A federal judge has put his own ruling ordering Kentucky officials to recognize the legal out-of-state marriages of gay and lesbian couples on hold as the state pursues an appeal.

U.S. District Judge John G. Heyburn II, who had originally given the state until March 20 to comply, on Wednesday stayed his ruling until the Sixth Circuit Court of Appeals in Cincinnati acts.

β€œThe Court has concerns about implementing an order which has dramatic effects, then having that order reversed, which is one possibility,” Heyburn said in his 4-page order. β€œUnder such circumstances, rights once granted could be cast in doubt.”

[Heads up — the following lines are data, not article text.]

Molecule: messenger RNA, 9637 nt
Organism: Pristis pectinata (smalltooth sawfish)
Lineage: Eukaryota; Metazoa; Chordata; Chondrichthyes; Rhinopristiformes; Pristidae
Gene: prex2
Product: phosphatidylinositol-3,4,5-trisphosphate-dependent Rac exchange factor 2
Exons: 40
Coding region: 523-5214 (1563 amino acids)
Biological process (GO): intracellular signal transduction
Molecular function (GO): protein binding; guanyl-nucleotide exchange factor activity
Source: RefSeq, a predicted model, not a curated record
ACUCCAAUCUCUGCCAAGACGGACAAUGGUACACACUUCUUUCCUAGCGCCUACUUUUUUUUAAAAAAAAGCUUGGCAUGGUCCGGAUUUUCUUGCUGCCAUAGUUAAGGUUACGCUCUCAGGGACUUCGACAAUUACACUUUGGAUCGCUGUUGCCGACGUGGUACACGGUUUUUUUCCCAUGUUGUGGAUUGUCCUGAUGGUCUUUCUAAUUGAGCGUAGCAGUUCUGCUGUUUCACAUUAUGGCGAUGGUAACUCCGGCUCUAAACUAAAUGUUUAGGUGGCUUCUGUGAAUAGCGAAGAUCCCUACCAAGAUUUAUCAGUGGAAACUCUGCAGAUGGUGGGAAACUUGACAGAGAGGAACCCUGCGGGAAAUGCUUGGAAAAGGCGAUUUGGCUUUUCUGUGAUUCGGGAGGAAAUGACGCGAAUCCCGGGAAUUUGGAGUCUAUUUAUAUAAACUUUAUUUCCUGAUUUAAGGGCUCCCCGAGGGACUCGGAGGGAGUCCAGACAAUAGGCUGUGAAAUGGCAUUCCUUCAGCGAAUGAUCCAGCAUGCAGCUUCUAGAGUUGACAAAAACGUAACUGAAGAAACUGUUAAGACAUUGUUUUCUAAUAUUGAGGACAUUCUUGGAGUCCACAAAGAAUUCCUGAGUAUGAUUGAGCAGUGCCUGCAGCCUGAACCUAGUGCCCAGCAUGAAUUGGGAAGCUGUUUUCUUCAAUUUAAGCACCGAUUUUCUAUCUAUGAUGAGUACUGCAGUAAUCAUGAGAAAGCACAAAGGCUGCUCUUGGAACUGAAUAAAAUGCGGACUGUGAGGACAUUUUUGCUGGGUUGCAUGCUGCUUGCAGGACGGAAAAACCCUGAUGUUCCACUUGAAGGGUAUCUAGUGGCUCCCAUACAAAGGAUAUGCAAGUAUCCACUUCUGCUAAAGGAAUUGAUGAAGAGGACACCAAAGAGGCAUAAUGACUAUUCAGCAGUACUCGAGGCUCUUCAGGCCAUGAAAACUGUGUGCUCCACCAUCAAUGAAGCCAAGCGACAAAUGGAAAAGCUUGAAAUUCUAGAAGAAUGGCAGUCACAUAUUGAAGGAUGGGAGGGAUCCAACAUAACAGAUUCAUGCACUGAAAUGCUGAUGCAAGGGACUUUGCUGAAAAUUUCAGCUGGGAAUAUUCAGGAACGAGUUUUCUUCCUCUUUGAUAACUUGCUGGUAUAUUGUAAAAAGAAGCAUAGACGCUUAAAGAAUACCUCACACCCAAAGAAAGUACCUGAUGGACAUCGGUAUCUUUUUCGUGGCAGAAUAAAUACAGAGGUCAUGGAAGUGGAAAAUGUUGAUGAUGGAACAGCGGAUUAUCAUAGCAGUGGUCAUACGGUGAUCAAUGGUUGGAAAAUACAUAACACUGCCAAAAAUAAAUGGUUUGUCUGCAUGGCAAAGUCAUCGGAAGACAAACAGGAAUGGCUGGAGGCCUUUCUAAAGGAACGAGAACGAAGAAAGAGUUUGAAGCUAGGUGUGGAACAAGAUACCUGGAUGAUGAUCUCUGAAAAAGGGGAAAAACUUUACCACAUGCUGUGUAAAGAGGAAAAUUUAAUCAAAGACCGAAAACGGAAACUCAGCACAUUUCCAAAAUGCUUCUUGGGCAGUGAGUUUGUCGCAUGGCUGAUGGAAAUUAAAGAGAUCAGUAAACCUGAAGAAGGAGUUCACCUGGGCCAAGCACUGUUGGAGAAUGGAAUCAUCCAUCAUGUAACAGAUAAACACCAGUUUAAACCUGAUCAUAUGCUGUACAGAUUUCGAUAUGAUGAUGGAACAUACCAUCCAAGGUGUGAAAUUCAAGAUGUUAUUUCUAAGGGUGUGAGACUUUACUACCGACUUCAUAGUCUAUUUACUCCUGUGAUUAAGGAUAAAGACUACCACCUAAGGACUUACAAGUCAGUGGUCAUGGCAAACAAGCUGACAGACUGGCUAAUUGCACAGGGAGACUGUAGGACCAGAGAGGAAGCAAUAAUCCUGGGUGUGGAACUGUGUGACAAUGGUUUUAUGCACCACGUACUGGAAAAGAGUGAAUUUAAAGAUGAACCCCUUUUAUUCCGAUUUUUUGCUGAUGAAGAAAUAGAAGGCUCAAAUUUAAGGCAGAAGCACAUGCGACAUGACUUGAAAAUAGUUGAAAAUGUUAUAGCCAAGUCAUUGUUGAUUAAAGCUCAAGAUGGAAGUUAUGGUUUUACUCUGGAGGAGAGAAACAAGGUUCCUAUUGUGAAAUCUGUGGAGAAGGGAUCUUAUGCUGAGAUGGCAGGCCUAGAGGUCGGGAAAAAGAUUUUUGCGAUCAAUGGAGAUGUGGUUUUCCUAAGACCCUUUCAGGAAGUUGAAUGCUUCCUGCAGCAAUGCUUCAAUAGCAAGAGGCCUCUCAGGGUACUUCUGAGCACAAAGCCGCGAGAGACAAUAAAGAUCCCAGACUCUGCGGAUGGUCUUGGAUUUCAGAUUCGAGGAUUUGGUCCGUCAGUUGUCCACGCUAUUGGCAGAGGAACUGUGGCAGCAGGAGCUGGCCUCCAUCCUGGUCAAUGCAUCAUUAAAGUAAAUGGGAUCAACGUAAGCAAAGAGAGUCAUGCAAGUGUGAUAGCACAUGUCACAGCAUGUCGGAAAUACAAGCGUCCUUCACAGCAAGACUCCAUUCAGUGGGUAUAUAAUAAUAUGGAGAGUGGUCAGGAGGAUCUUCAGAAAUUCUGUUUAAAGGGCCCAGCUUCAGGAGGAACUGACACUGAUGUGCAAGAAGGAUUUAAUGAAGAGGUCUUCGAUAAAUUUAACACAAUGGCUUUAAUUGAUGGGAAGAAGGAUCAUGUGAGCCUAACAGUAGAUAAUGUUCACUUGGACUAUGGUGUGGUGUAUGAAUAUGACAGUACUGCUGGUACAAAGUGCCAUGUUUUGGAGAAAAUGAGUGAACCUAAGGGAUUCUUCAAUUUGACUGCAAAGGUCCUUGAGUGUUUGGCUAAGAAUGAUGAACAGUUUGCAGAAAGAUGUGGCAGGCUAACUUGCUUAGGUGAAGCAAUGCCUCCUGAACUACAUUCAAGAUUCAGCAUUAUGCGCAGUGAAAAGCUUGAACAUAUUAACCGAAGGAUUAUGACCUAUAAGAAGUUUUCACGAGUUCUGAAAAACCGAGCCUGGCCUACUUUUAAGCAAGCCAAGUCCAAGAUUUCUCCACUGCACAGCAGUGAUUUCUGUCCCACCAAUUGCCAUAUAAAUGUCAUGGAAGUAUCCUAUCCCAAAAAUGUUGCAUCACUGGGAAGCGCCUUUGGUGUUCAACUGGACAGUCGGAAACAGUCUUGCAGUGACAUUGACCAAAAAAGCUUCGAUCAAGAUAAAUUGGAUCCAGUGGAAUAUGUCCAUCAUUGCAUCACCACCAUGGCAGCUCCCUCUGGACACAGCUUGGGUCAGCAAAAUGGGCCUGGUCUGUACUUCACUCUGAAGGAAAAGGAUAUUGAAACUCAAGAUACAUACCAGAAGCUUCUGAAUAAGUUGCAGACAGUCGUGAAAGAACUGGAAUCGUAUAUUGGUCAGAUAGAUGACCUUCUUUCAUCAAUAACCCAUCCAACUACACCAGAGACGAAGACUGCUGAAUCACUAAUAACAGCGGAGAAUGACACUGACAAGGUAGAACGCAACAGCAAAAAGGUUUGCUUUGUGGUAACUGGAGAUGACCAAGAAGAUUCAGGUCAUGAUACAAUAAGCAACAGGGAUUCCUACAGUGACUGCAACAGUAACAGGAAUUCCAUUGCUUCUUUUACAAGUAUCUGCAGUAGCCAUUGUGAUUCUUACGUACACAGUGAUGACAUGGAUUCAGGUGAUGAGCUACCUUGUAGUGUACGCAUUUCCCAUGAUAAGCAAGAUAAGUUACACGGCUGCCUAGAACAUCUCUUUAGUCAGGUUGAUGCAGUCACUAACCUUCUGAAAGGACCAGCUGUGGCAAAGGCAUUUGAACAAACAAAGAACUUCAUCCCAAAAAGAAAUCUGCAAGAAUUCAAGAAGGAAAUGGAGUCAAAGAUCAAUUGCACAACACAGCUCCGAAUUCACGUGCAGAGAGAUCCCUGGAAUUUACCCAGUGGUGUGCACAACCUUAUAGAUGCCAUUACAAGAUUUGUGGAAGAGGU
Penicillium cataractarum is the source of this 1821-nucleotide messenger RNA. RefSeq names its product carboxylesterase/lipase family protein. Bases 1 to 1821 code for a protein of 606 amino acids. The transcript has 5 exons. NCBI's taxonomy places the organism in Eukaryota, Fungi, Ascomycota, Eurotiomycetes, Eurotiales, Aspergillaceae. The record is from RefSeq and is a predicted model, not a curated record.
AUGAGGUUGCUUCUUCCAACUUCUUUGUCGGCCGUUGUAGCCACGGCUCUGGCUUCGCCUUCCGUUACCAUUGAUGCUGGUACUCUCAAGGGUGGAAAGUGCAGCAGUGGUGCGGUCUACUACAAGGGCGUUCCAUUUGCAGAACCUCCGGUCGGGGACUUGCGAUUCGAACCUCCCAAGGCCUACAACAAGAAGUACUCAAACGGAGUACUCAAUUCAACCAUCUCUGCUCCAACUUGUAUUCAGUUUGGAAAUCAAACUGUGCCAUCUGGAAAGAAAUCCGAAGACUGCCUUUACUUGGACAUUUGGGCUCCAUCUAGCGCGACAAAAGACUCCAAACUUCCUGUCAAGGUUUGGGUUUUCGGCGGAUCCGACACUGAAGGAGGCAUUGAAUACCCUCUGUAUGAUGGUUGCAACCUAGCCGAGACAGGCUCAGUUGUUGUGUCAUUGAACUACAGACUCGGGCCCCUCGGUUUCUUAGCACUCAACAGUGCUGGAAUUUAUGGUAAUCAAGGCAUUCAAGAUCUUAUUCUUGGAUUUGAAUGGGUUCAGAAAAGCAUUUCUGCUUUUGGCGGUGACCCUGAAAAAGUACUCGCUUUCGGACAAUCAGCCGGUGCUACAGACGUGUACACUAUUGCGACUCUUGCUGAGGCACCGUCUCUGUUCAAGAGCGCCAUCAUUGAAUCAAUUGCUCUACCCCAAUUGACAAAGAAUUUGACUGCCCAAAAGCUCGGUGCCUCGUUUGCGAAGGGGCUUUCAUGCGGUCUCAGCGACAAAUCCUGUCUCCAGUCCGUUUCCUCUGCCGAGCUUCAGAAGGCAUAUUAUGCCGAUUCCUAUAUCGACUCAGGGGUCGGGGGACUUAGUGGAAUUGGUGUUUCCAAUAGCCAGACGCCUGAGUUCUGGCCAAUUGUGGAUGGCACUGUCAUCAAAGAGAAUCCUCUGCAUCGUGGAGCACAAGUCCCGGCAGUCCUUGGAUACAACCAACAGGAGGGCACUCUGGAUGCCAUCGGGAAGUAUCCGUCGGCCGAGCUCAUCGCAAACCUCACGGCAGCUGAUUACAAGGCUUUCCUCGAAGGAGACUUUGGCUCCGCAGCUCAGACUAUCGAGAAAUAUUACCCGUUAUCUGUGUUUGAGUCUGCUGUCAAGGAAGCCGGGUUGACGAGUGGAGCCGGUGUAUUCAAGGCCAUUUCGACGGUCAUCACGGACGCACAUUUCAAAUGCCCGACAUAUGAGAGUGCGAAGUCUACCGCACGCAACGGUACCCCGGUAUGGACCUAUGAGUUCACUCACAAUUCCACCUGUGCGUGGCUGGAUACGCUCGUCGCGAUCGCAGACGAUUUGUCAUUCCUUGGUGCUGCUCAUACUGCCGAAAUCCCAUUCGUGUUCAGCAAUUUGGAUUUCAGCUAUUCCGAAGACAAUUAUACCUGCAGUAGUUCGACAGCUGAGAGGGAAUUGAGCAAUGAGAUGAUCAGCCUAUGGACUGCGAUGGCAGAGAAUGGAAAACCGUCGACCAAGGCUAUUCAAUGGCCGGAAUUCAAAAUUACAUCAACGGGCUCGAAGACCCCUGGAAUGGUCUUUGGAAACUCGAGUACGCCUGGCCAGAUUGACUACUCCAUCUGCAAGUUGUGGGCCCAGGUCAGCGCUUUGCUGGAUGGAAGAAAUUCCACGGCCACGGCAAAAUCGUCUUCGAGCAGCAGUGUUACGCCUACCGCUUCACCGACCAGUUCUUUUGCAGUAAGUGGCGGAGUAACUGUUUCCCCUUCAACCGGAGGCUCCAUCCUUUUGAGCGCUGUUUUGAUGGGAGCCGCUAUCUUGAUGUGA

Attorneys for the plaintiffs said they will ask the appeals court to lift the stay.

Plaintiffs in the lawsuit are four gay and lesbian couples who want Kentucky to recognize their marriages celebrated in a separate state or country.

A separate suit before the same judge seeks to allow gay couples to marry in Kentucky.

Kentucky Governor Steve Beshear, a Democrat, requested the stay through private attorneys hired after Attorney General Jack Conway announced that he would not defend in court Kentucky's 2004 voter-approved constitutional amendment limiting marriage to heterosexual couples.

(Related: Kentucky AG refuses to defend gay marriage ban; Gov. to hire outside counsel.)

(Ruling provided by Equality Case Files.)